The divisions reflect drastically different understandings of why the Civil War was fought, with nearly 49 percent of respondents stating it was mainly about states’ rights and more than 44 percent saying it was mainly about slavery. Among those who said the legacy of slavery has little effect on the position of black people in American society today, 92 percent said the monuments should remain on government property. Among those who said the legacy of slavery holds a great deal of influence over the current status of black people, 63 percent wanted the monuments removed.
Among the most contested of the remaining Confederate monuments in the state is “Fame,” erected by the United Daughters in Salisbury in 1909. The 23-foot-tall bronze sculpture depicts a winged figure supporting a dying soldier with the inscription: “Soldiers of the Confederacy, fame has given you an imperishable crown. History will record your daring valor, noble sufferings and matchless achievements, to the honor and glory of our land.”
Various organizations and individuals have asked the Salisbury City Council to remove the monument, said Mayor Al Heggins, who was the first black woman elected to the council in 2017. Heggins has not taken a position on the monument, she said, “because I don’t want the issue to be me and not focus on what the conversation is really about.”
In an op-ed published in the Salisbury Post in June, she divulged that her ancestors include a Confederate soldier descended from a German immigrant and Africans brought to America as chattel slaves.
“We cannot deny the layers of identity associated with Confederate symbols,” Heggins wrote. “These symbols represent revered Confederate soldiers, Southern heritage, a lost war, lost lives, a yearning for the antebellum South and a time in our nation that was dangerously divided. The meanings associated with our Confederate monument are as intertwined as our ancestries.”
Heggins said the Chatham County case will not necessarily influence what happens to the monument in Salisbury. Her city’s circumstances are unique, she said, because the board of aldermen issued a grant of perpetual use of public lands to the United Daughters in 1908.
Regardless, the city will continue to struggle over what to do with the monument.
“I don’t think the community has put it on the back burner,” Heggins said.
In addition to real estate issues, attorneys for Chatham County and Winston-Salem also have cited public safety as a reason for removing the monuments, one of few exceptions allowed by the state ban, according to a 2017 blog post by Adam Lovelady, an associate professor of public law and government at UNC-Chapel Hill.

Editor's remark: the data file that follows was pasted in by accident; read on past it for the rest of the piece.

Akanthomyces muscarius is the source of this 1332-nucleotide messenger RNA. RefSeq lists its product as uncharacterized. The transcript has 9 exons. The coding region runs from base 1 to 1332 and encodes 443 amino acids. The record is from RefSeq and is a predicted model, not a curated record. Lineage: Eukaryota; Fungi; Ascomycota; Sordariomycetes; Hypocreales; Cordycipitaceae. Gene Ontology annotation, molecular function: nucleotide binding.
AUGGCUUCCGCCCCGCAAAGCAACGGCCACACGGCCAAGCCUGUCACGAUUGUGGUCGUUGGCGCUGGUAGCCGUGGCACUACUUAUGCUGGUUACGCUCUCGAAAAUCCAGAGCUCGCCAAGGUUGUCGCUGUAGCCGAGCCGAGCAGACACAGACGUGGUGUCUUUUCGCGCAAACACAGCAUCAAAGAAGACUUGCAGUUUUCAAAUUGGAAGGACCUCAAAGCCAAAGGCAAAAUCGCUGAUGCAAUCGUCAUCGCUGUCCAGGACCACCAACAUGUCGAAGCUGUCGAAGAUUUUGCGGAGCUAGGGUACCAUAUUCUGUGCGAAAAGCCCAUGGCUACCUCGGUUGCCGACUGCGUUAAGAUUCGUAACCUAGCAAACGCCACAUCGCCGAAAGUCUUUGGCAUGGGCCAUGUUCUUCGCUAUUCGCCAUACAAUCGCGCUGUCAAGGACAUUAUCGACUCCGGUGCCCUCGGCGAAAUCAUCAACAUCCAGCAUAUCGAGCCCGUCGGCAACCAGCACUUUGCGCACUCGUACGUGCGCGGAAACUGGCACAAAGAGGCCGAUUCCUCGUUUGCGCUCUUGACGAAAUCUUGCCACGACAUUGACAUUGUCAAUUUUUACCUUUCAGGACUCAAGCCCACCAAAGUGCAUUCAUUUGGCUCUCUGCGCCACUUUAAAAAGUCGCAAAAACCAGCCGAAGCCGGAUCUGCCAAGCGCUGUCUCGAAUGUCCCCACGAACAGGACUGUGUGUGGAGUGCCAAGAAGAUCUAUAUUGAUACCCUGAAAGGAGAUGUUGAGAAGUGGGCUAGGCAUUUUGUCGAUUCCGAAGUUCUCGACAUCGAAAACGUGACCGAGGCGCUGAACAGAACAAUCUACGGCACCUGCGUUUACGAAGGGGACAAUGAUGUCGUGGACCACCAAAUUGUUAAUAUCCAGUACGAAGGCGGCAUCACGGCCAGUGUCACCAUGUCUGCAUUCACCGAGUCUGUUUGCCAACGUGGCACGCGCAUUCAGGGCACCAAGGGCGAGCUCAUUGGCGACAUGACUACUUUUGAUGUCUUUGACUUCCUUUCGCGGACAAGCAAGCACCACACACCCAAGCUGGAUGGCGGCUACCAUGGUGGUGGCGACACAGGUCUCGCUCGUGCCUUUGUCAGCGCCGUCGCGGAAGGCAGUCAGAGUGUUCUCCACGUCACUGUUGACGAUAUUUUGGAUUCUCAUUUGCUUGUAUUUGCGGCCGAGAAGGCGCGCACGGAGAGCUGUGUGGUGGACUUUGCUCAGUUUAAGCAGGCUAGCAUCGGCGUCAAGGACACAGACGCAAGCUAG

The Unite the Right rally “showed the potential for threats to public safety surrounding an object of remembrance,” Lovelady wrote, while “the toppled statue in Durham displayed the potential of an unsafe and dangerous condition when protesters pull down a monument.”
In an affidavit filed on Oct. 29, Mike Dasher, chair of the Chatham County Board of Commissioners, cited the “several contentious interactions” between opposing groups in Pittsboro. He noted an Oct. 19 incident in which two anti-monument protesters blocked another protest group’s front-end loader, “creating a situation where bodily injury could be sustained” and a violation of “criminal laws” could occur. Since January, he said, the county had spent $103,000 on security for the monument because of the protests.
Dasher wrote in his affidavit that the commissioners had ordered the county manager to have the monument “securely preserved and stored” until the United Daughters find an appropriate location for it.
The most controversial flag site, marked before the monument came down, is across the street from a historically black middle school named after George Moses Horton, an enslaved person who was the first African American to publish a book in the South. Two days after the Confederate flag was raised there, as two opposing groups prepared for another round of protests, they discovered that a vandal had cut down the flagpole and left a pile of welded nails around the base.